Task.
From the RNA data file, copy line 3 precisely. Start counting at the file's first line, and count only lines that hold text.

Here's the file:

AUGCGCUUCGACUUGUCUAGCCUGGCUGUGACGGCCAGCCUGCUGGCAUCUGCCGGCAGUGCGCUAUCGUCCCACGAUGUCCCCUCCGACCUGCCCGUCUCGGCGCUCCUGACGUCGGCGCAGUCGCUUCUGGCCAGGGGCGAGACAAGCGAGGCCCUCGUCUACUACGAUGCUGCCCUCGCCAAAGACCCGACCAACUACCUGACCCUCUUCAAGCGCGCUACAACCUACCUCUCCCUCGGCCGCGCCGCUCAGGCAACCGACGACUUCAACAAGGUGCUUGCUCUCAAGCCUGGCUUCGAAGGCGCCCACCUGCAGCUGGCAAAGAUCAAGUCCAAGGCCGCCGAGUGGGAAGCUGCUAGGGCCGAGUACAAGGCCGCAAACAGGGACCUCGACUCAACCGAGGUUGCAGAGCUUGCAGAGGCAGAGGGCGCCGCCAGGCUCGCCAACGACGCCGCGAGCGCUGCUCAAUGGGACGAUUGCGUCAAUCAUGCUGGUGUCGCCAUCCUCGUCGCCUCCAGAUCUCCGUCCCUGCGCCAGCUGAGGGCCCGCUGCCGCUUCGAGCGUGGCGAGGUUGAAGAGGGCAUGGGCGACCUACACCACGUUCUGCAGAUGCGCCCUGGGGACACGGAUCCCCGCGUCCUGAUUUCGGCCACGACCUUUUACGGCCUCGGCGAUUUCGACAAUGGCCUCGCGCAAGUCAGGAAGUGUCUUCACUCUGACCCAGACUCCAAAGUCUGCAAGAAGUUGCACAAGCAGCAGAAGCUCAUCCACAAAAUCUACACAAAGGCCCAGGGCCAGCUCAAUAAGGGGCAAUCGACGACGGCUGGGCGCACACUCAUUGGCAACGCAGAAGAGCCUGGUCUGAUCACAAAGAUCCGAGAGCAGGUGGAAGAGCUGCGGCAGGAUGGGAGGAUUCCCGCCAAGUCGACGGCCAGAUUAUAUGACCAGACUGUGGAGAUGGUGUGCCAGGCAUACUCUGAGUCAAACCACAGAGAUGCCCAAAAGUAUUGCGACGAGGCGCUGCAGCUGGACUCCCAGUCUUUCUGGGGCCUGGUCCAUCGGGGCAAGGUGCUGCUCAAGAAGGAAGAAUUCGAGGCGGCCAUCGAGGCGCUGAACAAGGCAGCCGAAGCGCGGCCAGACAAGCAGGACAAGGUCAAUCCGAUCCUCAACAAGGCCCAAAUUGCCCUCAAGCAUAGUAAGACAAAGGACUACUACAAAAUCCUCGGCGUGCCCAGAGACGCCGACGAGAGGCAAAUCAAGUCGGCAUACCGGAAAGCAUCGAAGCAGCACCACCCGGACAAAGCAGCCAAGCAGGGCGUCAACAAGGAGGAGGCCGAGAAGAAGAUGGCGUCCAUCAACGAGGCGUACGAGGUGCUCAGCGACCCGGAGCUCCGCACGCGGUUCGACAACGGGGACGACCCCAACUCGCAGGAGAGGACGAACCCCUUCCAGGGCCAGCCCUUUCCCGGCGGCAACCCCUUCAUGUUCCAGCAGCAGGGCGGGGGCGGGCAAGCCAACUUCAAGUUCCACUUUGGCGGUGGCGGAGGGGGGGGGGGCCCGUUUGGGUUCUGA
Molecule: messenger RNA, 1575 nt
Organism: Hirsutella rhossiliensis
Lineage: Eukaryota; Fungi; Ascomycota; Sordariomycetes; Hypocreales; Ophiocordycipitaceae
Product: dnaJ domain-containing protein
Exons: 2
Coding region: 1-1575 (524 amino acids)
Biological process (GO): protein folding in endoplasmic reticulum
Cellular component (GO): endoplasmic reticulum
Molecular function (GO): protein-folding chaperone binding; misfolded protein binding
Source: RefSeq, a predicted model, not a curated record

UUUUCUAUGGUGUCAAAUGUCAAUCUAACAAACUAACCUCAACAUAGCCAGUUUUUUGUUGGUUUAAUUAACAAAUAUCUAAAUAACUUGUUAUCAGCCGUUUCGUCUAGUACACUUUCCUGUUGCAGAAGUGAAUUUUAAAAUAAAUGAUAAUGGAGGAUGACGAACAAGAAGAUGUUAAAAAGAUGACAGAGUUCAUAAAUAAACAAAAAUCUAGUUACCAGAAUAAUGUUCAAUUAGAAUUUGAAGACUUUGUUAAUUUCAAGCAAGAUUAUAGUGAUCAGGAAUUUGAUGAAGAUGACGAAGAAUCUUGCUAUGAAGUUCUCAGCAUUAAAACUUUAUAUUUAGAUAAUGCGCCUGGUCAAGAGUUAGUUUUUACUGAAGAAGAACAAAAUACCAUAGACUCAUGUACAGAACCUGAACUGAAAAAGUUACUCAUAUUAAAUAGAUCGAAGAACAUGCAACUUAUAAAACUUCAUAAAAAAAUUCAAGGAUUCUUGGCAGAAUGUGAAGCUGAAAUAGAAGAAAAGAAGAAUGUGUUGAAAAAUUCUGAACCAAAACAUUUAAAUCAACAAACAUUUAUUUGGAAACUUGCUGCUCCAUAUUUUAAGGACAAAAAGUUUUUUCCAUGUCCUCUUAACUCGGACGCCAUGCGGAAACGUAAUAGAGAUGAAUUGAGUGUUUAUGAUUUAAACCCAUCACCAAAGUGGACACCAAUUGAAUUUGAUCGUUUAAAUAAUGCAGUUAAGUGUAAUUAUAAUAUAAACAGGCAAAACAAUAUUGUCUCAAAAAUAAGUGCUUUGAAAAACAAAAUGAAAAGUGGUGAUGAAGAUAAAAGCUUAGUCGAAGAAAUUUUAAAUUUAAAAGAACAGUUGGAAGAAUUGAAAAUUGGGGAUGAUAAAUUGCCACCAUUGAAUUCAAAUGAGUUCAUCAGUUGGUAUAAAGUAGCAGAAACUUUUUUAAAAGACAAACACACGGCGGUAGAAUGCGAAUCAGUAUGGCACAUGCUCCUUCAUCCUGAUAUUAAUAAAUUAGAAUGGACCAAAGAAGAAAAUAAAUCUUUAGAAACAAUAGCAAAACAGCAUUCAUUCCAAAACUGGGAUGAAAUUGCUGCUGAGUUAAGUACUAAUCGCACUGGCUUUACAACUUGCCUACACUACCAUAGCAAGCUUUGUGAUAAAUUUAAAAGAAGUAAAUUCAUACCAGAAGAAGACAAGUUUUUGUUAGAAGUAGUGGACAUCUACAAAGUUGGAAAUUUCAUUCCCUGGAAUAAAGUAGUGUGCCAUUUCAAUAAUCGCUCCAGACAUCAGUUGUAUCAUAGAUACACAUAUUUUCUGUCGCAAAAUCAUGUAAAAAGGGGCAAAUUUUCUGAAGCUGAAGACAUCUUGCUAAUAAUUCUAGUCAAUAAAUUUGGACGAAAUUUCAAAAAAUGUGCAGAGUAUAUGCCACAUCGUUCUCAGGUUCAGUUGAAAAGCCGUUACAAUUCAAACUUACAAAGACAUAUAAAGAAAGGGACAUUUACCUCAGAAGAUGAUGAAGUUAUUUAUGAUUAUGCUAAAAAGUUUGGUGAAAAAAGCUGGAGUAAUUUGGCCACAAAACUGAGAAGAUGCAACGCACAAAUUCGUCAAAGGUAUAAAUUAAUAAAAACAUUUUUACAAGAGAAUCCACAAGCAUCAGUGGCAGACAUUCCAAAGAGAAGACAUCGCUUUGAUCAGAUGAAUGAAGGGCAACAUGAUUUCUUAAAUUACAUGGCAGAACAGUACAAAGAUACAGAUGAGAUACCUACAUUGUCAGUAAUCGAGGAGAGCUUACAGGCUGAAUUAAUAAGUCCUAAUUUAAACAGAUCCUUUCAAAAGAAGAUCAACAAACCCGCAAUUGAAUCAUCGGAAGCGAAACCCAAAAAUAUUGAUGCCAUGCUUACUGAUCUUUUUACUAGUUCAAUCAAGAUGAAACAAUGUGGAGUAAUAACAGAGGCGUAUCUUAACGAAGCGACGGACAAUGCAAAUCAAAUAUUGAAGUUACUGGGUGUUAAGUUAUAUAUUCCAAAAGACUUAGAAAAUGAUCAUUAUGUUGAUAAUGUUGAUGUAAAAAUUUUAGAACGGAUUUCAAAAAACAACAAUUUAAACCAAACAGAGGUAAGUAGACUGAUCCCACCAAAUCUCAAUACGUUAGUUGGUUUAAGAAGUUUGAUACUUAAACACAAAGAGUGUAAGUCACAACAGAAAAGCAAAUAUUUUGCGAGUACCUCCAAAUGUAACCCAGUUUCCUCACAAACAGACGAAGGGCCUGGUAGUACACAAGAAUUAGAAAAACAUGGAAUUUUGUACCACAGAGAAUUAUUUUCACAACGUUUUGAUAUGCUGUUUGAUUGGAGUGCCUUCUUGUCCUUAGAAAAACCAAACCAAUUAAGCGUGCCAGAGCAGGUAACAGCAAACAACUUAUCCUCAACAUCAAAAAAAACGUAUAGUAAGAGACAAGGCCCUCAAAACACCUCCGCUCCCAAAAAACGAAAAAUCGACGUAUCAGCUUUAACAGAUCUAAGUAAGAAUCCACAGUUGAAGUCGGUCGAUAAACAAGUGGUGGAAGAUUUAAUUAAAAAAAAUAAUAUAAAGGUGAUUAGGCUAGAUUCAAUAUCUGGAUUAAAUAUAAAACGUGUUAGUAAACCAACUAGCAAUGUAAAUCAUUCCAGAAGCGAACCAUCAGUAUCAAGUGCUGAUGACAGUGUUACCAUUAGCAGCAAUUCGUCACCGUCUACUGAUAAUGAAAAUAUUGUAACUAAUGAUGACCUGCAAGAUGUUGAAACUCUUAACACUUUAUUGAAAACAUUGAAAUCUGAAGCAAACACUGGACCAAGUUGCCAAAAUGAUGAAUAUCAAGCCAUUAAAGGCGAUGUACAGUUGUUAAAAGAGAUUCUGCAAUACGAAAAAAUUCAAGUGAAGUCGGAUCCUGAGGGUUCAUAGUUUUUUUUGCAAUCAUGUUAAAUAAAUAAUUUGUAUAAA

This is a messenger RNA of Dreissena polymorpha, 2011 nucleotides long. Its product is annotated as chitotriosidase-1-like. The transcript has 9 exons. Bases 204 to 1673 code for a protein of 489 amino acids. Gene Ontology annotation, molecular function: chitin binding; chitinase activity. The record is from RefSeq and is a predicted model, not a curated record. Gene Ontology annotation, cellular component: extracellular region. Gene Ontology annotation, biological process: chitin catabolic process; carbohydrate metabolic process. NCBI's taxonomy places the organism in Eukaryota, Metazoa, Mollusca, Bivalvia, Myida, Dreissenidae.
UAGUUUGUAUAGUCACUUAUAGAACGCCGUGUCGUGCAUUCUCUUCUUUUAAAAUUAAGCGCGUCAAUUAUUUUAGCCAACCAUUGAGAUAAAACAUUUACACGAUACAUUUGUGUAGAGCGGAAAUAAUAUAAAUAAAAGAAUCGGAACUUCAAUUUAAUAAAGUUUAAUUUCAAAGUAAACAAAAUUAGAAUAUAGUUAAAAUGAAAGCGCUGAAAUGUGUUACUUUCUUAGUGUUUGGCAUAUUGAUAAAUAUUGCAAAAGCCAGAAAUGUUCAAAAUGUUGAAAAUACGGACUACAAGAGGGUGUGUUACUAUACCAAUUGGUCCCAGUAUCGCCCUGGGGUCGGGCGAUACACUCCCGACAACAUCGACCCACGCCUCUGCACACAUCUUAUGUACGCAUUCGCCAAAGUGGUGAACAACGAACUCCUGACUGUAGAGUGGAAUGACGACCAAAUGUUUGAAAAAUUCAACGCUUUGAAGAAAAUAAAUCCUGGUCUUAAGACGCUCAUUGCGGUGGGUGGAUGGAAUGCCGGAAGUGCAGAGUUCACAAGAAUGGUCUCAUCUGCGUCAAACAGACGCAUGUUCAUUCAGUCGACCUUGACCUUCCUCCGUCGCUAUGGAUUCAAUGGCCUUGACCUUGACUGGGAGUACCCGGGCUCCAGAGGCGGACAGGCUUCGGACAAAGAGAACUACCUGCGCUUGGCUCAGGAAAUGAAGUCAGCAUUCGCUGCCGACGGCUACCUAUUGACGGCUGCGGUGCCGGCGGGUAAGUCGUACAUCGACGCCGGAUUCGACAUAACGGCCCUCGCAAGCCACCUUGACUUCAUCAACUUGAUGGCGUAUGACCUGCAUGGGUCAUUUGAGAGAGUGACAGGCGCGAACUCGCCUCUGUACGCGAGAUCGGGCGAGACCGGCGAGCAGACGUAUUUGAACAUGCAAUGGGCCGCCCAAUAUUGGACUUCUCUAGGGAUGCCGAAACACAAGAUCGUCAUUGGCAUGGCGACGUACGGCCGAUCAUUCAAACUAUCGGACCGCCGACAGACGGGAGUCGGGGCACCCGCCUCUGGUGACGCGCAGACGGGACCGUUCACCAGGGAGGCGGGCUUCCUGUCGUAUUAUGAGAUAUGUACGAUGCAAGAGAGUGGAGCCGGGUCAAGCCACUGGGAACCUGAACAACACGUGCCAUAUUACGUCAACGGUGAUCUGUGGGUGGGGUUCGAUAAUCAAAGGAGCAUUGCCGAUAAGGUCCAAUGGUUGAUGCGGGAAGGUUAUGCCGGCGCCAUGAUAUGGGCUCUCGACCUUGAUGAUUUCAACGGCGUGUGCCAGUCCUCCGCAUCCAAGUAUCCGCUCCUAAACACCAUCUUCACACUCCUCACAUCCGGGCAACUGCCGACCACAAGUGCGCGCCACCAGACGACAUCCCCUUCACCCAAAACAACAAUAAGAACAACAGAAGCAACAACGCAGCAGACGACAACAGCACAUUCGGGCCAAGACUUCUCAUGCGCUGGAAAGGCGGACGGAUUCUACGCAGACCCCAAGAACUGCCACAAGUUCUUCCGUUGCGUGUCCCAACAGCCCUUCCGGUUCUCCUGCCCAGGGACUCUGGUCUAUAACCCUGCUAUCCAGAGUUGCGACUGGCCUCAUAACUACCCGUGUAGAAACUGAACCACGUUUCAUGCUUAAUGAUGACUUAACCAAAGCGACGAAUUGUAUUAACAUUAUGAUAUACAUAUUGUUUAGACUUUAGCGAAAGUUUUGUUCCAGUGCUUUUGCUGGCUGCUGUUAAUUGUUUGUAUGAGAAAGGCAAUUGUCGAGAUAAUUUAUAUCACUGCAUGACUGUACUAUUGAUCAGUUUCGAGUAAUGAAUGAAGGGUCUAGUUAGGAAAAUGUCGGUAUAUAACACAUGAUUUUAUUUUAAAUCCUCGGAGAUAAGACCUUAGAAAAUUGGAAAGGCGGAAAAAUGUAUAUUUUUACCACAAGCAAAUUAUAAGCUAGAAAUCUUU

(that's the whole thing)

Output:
Organism: Hirsutella rhossiliensis